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    David N. Gans, MSHA, FACMPE


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    Best practices in healthcare administration tend to address the wide range of potential problems and outcomes when delivering care. In countless ways, the COVID-19 pandemic has put the entirety of a medical practice’s policies and procedures to the test, determining if they remain appropriate under trying circumstances.

    Since September 2017, Noel M. Adachi, MBA, has served as chief executive officer and president of the Accreditation Association for Ambulatory Health Care (AAAHC). She recently joined the Executive Session podcast to discuss her role in leading the organization, which accredits almost 6,700 ambulatory surgery centers (ASCs), office space surgery facilities, endoscopy centers, student health centers, medical and dental group practices, community health centers and government employee-based health clinics, retail clinics, Indian/tribal health centers and related ambulatory care organizations.

    AAAHC is recognized by state and federal agencies and insurers, as well as commercial insurers and liability insurance companies, for facility payment. Its accreditation process provides facilities and external independent review against nationally recognized standards and its own policies, procedures, processes and outcomes.

    While AAAHC has evolved its own policies with the COVID-19 pandemic (e.g., requiring vaccinations and booster doses for surveyors and other employees), Adachi tells MGMA that accreditation standards have shown resilience within ambulatory care spaces despite the challenges of the public health emergency.

    “The amazing thing, I think, is that our standards withstood the environmental changes,” Adachi said. “We really didn't have to make any adjustments to the standards — it has been more a heightened focus in certain areas so that we could make sure that our facilities continue to provide safe quality care, not only for the patients that they serve, but a safe environment for the employees working in that facility.”

    As the pandemic begins to shift to an endemic, Adachi said it will be vital to “not lose sight” of other important areas that are crucial to patient safety and quality patient care, such as pain management and opioid distribution.

    The team of more than 250 health and life safety surveyors who work with AAAHC to conduct facility site visits took some steps early in the pandemic to ensure they were implementing proper safety measures, but surveys of ambulatory care facilities largely continued uninterrupted the past two years, Adachi noted.

    This continued contact with frontline healthcare facilities helps ensure that those seeking accreditation remain engaged in maintaining policies and procedures that support continuous quality improvement through the multiyear term of accreditation.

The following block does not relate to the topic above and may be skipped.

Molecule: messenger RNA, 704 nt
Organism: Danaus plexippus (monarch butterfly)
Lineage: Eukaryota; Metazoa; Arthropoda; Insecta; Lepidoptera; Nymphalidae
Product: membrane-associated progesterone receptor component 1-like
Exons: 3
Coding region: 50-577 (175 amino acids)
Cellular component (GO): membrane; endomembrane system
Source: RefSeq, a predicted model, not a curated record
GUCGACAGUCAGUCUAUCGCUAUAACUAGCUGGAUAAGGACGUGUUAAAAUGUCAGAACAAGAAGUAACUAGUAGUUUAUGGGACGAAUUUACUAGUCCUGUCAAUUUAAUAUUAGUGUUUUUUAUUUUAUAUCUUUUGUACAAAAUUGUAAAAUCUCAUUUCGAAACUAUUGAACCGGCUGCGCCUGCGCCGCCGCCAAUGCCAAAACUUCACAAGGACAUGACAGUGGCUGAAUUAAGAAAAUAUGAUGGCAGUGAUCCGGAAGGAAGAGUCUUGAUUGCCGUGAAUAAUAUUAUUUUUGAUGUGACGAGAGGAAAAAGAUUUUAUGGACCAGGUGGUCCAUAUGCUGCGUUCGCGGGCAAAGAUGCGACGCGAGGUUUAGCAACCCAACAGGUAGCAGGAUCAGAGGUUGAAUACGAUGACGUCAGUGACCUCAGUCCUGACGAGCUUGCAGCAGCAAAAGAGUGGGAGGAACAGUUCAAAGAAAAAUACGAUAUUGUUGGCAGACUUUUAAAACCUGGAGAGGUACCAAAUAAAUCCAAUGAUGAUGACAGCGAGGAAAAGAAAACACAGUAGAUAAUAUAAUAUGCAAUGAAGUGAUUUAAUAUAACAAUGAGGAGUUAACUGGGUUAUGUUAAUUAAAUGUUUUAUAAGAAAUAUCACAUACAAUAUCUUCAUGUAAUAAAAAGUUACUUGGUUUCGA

The ongoing work by those surveyors to be out in the field also serves to ensure that best practices from ambulatory care facilities are documented and considered for future standards development, so that evidence-based methods can be shared across the industry and implemented.

    “Because our surveyors have a lot of experience serving facilities in a variety of specialties and settings, they can share with their clients different approaches to accomplish the same intended outcome that's really valuable,” Adachi said. “All of our surveyors have worked in or are still working in the ambulatory space in a variety of settings. … Sharing that insight with our clients is a key value proposition that our surveyors deliver.”

    Learning those best practices helps tremendously in the current era of high turnover of healthcare workers, as it serves as a “risk mitigation opportunity” by engraining standardized work and best practices across the organization, Adachi added.

    “There's considerable turnover in the healthcare space. … Implementing accreditation standards allows that facility to reduce the risk of errors happening, especially as staff turns over because it will have the policies, procedures and training in place to mitigate those risks and to ensure standardization and how they onboard new employees,” Adachi said.

    The strain of the pandemic and staffing struggles in many healthcare organizations is evident to Adachi, who underscored that there must be an understanding that standards should be attainable without creating unreasonable burden on facilities.

    AAAHC’s governing body includes standards committees that consider the usability of standards. “We want to make sure that we are not putting a burden on a facility that would negatively impact their ability to deliver quality care,” Adachi said.

    Written By

    David N. Gans, MSHA, FACMPE

    David Gans, MSHA, FACMPE, is a national authority on medical practice operations and health systems for the Medical Group Management Association (MGMA), the national association for medical practice leaders. He is an educational speaker, authors a regular Data Mine column in MGMA Connection magazine and is a resource on all areas of medical group practice management for association members. Mr. Gans retired from the United States Army Reserve in the grade of Colonel, is a Certified Medical Practice Executive and a Fellow in the American College of Medical Practice Executives.

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